One big position of need outside of wide receiver for the Jacksonville Jaguars is at defensive end. Despite the fact that the Jaguars were able to bring back their leading sacker from last season in Jeremy Mincey, the team still needs another defensive end. It's possible Aaron Kampman could finally be healthy and return to the line up, but banking on a 30+ year old defensive end with two knee tears in two seasons would be a mistake.
The team also will appear to lose Matt Roth in free agency, so a defensive end will likely be high on their priority list for the NFL Draft. One player who's been getting mocked more and more to the Jaguars is South Carolina defensive in Melvin Ingram. Ingram is a nice player, but the problem with his game is where does he fit and how will his game translate on the next level.
Here is a game cut up of Melvin Ingram going against Clemson during the 2011 NCAA season, curtesy of DraftBreakdown.com.
If you watch the full video, you'll notice just how much Ingram lines up on the inside of the defensive line and even stands up at the defensive end position at times. Against Clemson, Ingram didn't really effect the passer too much with his pass rush and even missed some tackles, failing to wrap up on the running back and the quarterback.
Many will make a big deal out of Ingram's short arms and while it's not necessarily a "killer" in terms of draft stock, it is an area of concern. Typically, teams want a 4-3 end to have longer arms, to easier swim, disengage, and effect throwing lanes of the passer. It also helps with defensive ends trying to knock the ball loose even while being blocked.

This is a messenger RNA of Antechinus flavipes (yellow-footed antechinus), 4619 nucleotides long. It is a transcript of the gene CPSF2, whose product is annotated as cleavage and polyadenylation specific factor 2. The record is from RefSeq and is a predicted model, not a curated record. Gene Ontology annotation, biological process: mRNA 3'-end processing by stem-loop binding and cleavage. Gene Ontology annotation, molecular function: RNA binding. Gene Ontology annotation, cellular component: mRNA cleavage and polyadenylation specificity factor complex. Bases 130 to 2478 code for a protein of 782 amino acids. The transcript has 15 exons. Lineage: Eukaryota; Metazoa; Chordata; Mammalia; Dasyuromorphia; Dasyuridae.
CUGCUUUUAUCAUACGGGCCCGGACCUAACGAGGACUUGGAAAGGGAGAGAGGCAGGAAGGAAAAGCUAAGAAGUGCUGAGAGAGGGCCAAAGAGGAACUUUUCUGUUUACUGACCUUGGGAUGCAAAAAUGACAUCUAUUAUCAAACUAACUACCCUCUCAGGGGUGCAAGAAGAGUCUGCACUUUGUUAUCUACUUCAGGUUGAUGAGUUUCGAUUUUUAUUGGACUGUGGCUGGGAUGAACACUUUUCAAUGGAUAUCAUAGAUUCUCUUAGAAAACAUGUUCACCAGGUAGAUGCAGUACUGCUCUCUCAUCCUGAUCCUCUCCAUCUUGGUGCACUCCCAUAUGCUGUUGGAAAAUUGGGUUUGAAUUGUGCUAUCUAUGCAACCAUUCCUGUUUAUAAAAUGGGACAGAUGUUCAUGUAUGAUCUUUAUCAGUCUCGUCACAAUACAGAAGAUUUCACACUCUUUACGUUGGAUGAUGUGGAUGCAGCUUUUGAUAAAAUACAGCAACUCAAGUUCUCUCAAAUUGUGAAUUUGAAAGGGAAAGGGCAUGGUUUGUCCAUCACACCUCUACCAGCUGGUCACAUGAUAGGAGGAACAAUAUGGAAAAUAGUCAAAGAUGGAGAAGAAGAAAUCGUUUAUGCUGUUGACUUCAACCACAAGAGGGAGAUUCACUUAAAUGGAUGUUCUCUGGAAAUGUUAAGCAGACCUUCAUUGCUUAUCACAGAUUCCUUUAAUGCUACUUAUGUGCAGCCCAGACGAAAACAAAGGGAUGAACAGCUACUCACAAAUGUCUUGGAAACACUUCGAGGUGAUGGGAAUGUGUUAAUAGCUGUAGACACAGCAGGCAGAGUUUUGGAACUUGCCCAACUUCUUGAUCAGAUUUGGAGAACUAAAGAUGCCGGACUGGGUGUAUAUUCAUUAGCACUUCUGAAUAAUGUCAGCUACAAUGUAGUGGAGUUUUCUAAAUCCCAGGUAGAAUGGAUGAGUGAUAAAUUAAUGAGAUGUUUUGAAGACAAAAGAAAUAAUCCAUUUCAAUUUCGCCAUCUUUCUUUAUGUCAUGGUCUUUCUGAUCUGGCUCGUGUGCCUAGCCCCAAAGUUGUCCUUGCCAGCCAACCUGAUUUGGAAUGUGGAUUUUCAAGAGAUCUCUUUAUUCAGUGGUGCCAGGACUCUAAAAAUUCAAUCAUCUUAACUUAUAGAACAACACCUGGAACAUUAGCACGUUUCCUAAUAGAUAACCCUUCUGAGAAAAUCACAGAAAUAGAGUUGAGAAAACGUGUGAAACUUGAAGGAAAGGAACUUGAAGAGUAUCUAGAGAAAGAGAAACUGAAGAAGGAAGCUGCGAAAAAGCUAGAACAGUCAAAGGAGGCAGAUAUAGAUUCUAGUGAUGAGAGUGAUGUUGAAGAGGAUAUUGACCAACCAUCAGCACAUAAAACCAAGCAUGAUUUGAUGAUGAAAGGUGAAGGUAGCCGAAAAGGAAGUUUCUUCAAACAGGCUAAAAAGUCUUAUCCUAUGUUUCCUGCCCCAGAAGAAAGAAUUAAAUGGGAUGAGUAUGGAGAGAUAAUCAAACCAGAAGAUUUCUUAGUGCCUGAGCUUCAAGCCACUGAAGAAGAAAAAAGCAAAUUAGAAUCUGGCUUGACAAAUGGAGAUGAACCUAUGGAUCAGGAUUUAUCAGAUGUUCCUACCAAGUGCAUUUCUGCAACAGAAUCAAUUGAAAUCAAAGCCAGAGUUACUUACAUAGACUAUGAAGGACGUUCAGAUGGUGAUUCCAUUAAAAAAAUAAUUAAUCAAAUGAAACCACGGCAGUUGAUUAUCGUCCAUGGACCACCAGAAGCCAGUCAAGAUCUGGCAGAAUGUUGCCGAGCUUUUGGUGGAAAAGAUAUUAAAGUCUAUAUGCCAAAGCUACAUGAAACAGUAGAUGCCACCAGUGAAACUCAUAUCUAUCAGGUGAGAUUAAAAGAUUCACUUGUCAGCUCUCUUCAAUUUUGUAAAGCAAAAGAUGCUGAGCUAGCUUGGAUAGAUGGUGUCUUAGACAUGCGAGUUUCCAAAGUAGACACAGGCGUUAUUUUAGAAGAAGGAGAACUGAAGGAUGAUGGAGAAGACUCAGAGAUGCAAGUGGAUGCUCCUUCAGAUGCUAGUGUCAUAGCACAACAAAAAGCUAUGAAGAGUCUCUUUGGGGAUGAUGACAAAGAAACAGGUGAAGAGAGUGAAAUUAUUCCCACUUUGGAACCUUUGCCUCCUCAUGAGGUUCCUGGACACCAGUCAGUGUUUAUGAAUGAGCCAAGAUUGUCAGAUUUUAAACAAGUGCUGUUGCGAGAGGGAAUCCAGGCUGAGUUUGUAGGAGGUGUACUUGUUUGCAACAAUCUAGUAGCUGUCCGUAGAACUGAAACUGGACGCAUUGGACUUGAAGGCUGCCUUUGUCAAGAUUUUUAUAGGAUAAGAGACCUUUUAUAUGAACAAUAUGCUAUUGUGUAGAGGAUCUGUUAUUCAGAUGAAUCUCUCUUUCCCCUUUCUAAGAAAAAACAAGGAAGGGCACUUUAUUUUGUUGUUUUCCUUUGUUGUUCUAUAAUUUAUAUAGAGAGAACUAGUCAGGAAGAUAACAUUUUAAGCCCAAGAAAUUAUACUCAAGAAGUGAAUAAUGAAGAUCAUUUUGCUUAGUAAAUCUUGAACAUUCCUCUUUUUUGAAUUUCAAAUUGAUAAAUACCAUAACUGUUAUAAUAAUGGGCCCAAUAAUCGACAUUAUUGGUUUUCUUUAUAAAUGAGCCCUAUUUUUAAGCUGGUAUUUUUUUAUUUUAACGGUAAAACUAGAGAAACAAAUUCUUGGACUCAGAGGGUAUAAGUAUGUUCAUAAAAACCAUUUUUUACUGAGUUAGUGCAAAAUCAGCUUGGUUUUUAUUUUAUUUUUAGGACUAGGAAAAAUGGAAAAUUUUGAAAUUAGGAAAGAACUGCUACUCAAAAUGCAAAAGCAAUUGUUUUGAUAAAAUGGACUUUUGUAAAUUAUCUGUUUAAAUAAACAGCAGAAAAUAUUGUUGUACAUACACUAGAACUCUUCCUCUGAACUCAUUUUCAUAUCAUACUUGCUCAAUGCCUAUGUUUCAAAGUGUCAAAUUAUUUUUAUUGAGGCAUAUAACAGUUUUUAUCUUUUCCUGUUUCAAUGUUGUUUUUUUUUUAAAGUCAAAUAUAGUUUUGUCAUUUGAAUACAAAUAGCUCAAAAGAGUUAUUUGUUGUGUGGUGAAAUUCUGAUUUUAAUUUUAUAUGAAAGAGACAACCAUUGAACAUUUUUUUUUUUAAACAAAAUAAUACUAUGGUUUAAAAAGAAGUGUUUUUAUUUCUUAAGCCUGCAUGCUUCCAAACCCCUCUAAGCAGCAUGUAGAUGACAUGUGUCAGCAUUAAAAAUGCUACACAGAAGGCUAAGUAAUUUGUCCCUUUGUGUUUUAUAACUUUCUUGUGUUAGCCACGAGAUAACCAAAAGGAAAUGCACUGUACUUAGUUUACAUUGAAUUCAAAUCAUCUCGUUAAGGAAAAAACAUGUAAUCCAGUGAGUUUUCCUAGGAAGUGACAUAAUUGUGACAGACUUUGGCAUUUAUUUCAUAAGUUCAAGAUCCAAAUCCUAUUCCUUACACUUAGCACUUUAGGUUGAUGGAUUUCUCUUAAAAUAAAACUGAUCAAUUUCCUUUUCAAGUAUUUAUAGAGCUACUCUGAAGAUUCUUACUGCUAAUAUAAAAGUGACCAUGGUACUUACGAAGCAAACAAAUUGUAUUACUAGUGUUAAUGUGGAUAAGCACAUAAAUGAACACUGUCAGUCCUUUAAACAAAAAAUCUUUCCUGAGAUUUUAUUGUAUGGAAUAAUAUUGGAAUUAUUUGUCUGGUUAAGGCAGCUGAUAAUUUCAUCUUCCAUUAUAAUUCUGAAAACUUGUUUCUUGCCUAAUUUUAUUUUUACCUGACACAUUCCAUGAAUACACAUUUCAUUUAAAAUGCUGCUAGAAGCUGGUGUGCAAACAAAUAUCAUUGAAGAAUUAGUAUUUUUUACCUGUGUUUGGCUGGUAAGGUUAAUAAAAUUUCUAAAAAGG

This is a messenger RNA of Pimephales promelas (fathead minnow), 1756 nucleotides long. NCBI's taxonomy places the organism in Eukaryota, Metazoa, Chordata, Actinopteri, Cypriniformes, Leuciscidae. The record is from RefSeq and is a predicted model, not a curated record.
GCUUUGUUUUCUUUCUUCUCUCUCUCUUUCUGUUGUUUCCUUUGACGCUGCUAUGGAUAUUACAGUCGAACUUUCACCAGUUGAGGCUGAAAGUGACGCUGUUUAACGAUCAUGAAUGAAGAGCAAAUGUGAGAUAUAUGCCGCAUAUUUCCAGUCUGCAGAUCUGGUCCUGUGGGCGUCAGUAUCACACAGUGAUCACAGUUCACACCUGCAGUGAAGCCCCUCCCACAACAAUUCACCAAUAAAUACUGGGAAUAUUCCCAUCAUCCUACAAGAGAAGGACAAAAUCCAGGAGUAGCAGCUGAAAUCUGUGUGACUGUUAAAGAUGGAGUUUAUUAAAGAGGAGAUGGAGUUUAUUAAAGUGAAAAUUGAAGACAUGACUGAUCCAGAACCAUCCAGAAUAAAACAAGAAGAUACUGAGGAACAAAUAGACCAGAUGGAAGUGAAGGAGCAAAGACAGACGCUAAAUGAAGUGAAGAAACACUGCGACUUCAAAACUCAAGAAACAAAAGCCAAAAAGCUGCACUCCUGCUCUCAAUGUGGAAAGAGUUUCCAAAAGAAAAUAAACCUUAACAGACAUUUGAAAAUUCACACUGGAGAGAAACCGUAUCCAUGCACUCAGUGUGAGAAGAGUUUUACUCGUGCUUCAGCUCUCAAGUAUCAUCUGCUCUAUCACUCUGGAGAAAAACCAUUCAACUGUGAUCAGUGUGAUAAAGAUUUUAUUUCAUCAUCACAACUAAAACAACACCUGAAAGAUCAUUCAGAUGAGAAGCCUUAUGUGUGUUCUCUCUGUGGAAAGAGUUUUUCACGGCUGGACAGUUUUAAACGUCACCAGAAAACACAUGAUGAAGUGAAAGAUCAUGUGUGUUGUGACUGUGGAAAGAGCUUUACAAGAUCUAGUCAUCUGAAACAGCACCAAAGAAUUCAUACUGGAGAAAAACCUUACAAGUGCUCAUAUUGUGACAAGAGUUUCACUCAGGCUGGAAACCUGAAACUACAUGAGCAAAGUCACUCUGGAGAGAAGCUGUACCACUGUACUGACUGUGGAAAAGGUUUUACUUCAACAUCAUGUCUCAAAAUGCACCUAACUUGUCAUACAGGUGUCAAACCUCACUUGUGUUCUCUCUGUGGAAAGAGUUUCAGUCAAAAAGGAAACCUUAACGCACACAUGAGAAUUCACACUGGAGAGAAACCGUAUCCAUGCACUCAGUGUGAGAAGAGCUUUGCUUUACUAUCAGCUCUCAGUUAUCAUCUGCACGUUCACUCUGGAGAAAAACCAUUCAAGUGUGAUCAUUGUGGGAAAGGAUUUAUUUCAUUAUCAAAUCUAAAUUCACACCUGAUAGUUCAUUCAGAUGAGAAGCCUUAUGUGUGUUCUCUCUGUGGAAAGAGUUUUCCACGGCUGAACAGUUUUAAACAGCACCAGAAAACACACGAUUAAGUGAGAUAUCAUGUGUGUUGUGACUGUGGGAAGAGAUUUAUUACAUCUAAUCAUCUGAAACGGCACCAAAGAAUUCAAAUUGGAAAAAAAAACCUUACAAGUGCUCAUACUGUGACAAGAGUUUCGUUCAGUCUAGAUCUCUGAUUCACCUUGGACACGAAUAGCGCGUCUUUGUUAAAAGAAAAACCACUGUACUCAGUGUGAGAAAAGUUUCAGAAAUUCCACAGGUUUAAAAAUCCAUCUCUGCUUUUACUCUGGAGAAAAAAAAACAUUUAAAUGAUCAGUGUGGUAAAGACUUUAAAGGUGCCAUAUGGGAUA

As you can see in the video, quite a bit of the pass rushing Ingram does for South Carolina involves stunts, with him turning into the inside of the offensive line. The best chances Ingram has at sacks and putting pressure on the quarterback come from him lining up on the inside, including this play in particular where he flushes Clemson quarterback Tajh Boyd out of the pocket coming up the middle of the pocket. As you can see, Ingram starts the play in a standing up position on the inside of the defensive line, getting running start and shedding the offensive lineman to put pressure on Boyd. A good play for Ingram, but that's not something that's going to woo 4-3 teams.
There's also a few plays where Ingram seems slow off the snap, almost like he's trying to read the play before deciding to rush the passer or not. This could be his assignment or just a by product of playing against Clemson's variation of the read-option, but it makes him look slow off the ball at times and indecisive on the field.
During the season, Ingram was able to put up double-digit sacks, but going back and watching cut ups of his plays it seems the vast majority of his pressure comes from stunting to the inside or playing on the inside on pass rushing downs with freshman Jadeveon Clowney at the right end position. A quick note on Clowney, he caught my eye much more than Ingram did.
The best rush of this particular game from Ingram once again came from lining up on the inside and just flat out whipping the left guard. Again, the concern for me with Ingram as a 4-3 defensive end, is I just don't see enough actual pressure off the edge beating the offensive tackle. It's predominantly stunting inside or standing up, coming from angles. This is the precise reason I feel Ingram's best fit is in a 3-4 defense, something similar to what Rex Ryan runs with the New York Jets, where you can rush Ingram from all over the field. Limiting him to playing 4-3 right end just isn't utilizing his strengths as a player. Not to mention he can get swallowed up in the running game and struggle to disengage at times with his short arms.
Ingram is a player I like, because he plays with intensity and doesn't quit, but he just doesn't seem to fit as the No. 7 overall pick for what the Jaguars are looking for in a defensive end. He's another type of player who's value would be much better served in the mid-teens or to a team running a 3-4 defense that can maximize his ability.